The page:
Coming back to Rotterdam Film Festival where he presented his short “A Bright Summer Day” only two years ago, Chinese director Lei Lei is ready to expand his audience, he tells Variety. Combining audio narration with animation and archive footage, in “Silver Bird and Rainbow Fish” – sold internationally by Asian Shadows and previously known as “Ningdu” – he creates a personal collage about his family’s – and China’s – turbulent past, with clay puppet heads obscuring faces in faded photographs.

“I have been using old photographs in my previous films too, but this time, I didn’t want them to convey too much information. Usually, you look at them and your mind starts to wander: ‘Who is this guy? What’s the relationship between these people?’ I covered their faces to make it easier for the audience to come into Lei Lei’s world and see it all through my eyes,” he says.

As his father and grandfather proceed to recount the events that often forced them apart, Lei Lei wanted to leave some space for imagination, introducing bright colors and humor to the narrative that frequently takes a heartbreaking turn.

“Some of their stories can be harsh, but it always feels like they are telling a joke. I think this lightness comes directly from these interviews,” he says.

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Lei Lei Courtesy of Lei Lei

“They both went through a lot, but my generation doesn’t care much for history. We don’t learn from it and while we may listen to what they say, we don’t feel the pain. I haven’t experienced these things, so I can rebuild it all in my mind. For some reason, seeing all these bright colors makes you understand the hardship.”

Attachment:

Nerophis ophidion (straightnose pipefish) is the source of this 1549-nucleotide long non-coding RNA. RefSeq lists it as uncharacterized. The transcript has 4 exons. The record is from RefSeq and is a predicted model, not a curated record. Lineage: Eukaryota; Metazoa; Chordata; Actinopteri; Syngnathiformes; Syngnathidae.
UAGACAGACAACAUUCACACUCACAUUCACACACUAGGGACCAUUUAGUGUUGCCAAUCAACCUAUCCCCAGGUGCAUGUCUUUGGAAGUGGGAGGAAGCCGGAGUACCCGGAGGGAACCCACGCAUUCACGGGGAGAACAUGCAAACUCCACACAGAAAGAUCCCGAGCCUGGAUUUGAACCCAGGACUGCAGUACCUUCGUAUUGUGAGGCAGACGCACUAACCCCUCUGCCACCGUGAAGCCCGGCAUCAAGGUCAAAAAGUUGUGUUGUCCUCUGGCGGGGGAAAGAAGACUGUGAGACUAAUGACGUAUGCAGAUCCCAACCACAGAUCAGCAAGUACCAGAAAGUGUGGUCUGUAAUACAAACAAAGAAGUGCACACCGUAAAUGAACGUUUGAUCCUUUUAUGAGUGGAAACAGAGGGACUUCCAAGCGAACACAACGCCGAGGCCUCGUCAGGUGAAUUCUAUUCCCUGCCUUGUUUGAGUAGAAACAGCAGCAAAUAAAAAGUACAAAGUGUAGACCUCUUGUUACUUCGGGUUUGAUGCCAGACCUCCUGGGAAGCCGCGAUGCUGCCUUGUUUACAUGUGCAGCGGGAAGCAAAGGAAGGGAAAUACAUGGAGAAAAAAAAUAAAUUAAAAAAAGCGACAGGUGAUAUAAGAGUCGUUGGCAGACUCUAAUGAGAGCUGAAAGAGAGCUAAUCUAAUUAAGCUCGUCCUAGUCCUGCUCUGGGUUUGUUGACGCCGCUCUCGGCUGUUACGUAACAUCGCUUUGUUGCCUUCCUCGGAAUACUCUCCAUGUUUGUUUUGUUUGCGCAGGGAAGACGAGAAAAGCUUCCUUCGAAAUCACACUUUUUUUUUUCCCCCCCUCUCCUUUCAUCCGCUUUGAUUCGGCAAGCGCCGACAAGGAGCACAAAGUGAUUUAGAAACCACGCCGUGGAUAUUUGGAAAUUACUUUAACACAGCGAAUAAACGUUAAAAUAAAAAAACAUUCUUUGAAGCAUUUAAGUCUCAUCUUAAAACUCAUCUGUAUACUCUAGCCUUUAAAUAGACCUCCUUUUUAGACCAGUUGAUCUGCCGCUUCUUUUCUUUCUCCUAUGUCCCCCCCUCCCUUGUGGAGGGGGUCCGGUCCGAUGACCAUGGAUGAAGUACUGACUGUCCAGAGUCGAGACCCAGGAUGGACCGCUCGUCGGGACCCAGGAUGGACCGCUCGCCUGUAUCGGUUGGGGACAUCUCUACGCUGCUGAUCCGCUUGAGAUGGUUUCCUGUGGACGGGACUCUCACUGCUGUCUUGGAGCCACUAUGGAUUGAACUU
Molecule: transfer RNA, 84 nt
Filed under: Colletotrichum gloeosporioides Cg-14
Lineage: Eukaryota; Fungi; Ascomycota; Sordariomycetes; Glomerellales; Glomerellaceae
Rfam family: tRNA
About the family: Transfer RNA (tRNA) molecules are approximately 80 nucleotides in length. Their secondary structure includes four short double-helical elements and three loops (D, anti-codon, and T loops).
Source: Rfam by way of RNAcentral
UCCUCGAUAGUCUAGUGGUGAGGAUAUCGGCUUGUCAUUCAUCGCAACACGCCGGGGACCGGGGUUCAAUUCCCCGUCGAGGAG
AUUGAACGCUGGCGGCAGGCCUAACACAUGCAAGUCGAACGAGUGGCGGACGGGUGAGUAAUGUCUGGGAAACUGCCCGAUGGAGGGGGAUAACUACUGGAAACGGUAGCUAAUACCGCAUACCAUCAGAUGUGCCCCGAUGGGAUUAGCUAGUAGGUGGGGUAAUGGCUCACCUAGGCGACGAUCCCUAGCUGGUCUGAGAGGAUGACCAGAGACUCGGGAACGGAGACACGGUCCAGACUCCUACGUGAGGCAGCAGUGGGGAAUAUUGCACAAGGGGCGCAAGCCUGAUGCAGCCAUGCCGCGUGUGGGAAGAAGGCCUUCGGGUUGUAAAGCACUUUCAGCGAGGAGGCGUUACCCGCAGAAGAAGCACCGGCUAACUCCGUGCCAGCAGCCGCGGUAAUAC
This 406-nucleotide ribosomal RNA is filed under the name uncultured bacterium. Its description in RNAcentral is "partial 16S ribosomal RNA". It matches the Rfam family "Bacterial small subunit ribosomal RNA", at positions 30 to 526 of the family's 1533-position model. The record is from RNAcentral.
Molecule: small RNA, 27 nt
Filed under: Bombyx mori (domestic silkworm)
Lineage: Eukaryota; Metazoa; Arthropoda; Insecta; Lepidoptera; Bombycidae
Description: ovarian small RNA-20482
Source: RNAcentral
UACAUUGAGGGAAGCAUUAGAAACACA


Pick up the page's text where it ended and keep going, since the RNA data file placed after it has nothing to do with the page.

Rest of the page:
It’s not the first time Lei Lei has turned to his family for answers and, he jokes, probably not the last. In his feature debut “Breathless Animals,” shown in Berlin, he listened to his mother, opening up about her youth. Recently, together with Chai Mi, he presented a two-channel installation at Saudi Arabia’s Diriyah Biennale, featuring family videos from the 1990s.

“I think it’s because of my background. I teach at California Institute of the Arts, I travel a lot, I go to festivals. I started to think: ‘Who am I? What’s my identity?’ Through this process I understood my family better, but also myself. I understood why I am here and why I am making these films.”

Lei Lei interviewed his grandfather in 2012. When he passed away, he decided to have the same conversation with his father and include them both in the film, as well as brief moments in between the recordings, the jokes and the mistakes.

“Sometimes you can’t help but wonder if a filmmaker is not a liar. Maybe he edited out something he didn’t like? I wanted to keep the ‘mistakes’ because they bring personality to these voices. You can’t see us but you understand it’s me and my father, sitting in the same room, having these conversations together,” he observes.

“I didn’t ask them about the whens and the wheres, I focused on keywords: ‘bicycle,’ ‘dreams,’ ‘tree.’ This way, they weren’t restricted in their answers. I am dealing with my family here, so why would the audience be interested in that? People from Berlin or South Korea, why would they care about Chinese history in the 1950s? I found out that when you focus on such details, on that bicycle, which my grandfather has been mentioning so often, that’s what people connect with.”

While his work tends to be described as everything from creative documentary to visual art, Lei Lei wants to continue merging different techniques.

“So many filmmakers, especially in animation, tend to stick to what they know. But I am not restricted by the industry, so it’s all about building a structure between the image and the sound. When I was showing this film as a work in progress, one of the mentors told me: ‘It’s not animation, it’s not a documentary. What do you think you are doing?!’ Well, I truly love cinema, so at this point I am just doing my best.”